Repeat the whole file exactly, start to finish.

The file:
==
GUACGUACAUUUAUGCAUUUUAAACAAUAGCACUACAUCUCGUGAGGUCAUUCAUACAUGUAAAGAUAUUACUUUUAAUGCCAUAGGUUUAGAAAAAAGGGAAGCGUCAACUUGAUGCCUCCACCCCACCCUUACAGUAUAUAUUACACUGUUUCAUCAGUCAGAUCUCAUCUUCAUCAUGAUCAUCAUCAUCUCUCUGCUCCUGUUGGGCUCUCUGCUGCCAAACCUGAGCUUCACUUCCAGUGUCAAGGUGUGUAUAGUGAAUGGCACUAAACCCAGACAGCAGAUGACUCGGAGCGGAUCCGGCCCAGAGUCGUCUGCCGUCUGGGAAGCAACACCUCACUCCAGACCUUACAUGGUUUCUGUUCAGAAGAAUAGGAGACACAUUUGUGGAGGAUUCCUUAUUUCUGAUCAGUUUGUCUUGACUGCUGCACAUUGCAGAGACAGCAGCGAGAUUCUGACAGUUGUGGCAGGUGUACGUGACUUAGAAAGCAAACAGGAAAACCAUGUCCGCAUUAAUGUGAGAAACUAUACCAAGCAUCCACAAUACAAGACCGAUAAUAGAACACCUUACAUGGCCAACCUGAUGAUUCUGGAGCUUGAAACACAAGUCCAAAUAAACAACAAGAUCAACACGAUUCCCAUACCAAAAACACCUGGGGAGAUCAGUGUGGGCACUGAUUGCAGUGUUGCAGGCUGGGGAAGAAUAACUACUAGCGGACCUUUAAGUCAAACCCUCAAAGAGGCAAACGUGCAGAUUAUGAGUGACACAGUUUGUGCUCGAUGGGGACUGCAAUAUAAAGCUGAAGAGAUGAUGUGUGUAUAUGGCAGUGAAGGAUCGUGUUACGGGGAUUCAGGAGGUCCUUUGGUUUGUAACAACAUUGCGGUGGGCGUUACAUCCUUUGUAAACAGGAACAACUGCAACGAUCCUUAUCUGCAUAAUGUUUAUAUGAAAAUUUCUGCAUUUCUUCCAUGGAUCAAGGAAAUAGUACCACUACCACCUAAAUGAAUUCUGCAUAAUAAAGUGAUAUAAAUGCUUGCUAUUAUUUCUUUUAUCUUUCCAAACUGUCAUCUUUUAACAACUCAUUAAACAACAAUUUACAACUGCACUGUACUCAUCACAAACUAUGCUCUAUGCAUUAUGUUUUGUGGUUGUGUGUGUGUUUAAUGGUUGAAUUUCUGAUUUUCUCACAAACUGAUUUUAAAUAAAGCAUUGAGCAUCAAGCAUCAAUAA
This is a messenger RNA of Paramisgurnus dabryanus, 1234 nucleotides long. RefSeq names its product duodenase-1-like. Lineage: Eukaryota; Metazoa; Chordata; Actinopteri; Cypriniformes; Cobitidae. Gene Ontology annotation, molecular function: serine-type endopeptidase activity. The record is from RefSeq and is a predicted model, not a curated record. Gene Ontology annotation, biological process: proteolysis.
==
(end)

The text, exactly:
GUACGUACAUUUAUGCAUUUUAAACAAUAGCACUACAUCUCGUGAGGUCAUUCAUACAUGUAAAGAUAUUACUUUUAAUGCCAUAGGUUUAGAAAAAAGGGAAGCGUCAACUUGAUGCCUCCACCCCACCCUUACAGUAUAUAUUACACUGUUUCAUCAGUCAGAUCUCAUCUUCAUCAUGAUCAUCAUCAUCUCUCUGCUCCUGUUGGGCUCUCUGCUGCCAAACCUGAGCUUCACUUCCAGUGUCAAGGUGUGUAUAGUGAAUGGCACUAAACCCAGACAGCAGAUGACUCGGAGCGGAUCCGGCCCAGAGUCGUCUGCCGUCUGGGAAGCAACACCUCACUCCAGACCUUACAUGGUUUCUGUUCAGAAGAAUAGGAGACACAUUUGUGGAGGAUUCCUUAUUUCUGAUCAGUUUGUCUUGACUGCUGCACAUUGCAGAGACAGCAGCGAGAUUCUGACAGUUGUGGCAGGUGUACGUGACUUAGAAAGCAAACAGGAAAACCAUGUCCGCAUUAAUGUGAGAAACUAUACCAAGCAUCCACAAUACAAGACCGAUAAUAGAACACCUUACAUGGCCAACCUGAUGAUUCUGGAGCUUGAAACACAAGUCCAAAUAAACAACAAGAUCAACACGAUUCCCAUACCAAAAACACCUGGGGAGAUCAGUGUGGGCACUGAUUGCAGUGUUGCAGGCUGGGGAAGAAUAACUACUAGCGGACCUUUAAGUCAAACCCUCAAAGAGGCAAACGUGCAGAUUAUGAGUGACACAGUUUGUGCUCGAUGGGGACUGCAAUAUAAAGCUGAAGAGAUGAUGUGUGUAUAUGGCAGUGAAGGAUCGUGUUACGGGGAUUCAGGAGGUCCUUUGGUUUGUAACAACAUUGCGGUGGGCGUUACAUCCUUUGUAAACAGGAACAACUGCAACGAUCCUUAUCUGCAUAAUGUUUAUAUGAAAAUUUCUGCAUUUCUUCCAUGGAUCAAGGAAAUAGUACCACUACCACCUAAAUGAAUUCUGCAUAAUAAAGUGAUAUAAAUGCUUGCUAUUAUUUCUUUUAUCUUUCCAAACUGUCAUCUUUUAACAACUCAUUAAACAACAAUUUACAACUGCACUGUACUCAUCACAAACUAUGCUCUAUGCAUUAUGUUUUGUGGUUGUGUGUGUGUUUAAUGGUUGAAUUUCUGAUUUUCUCACAAACUGAUUUUAAAUAAAGCAUUGAGCAUCAAGCAUCAAUAA
This is a messenger RNA of Paramisgurnus dabryanus, 1234 nucleotides long. RefSeq names its product duodenase-1-like. Lineage: Eukaryota; Metazoa; Chordata; Actinopteri; Cypriniformes; Cobitidae. Gene Ontology annotation, molecular function: serine-type endopeptidase activity. The record is from RefSeq and is a predicted model, not a curated record. Gene Ontology annotation, biological process: proteolysis.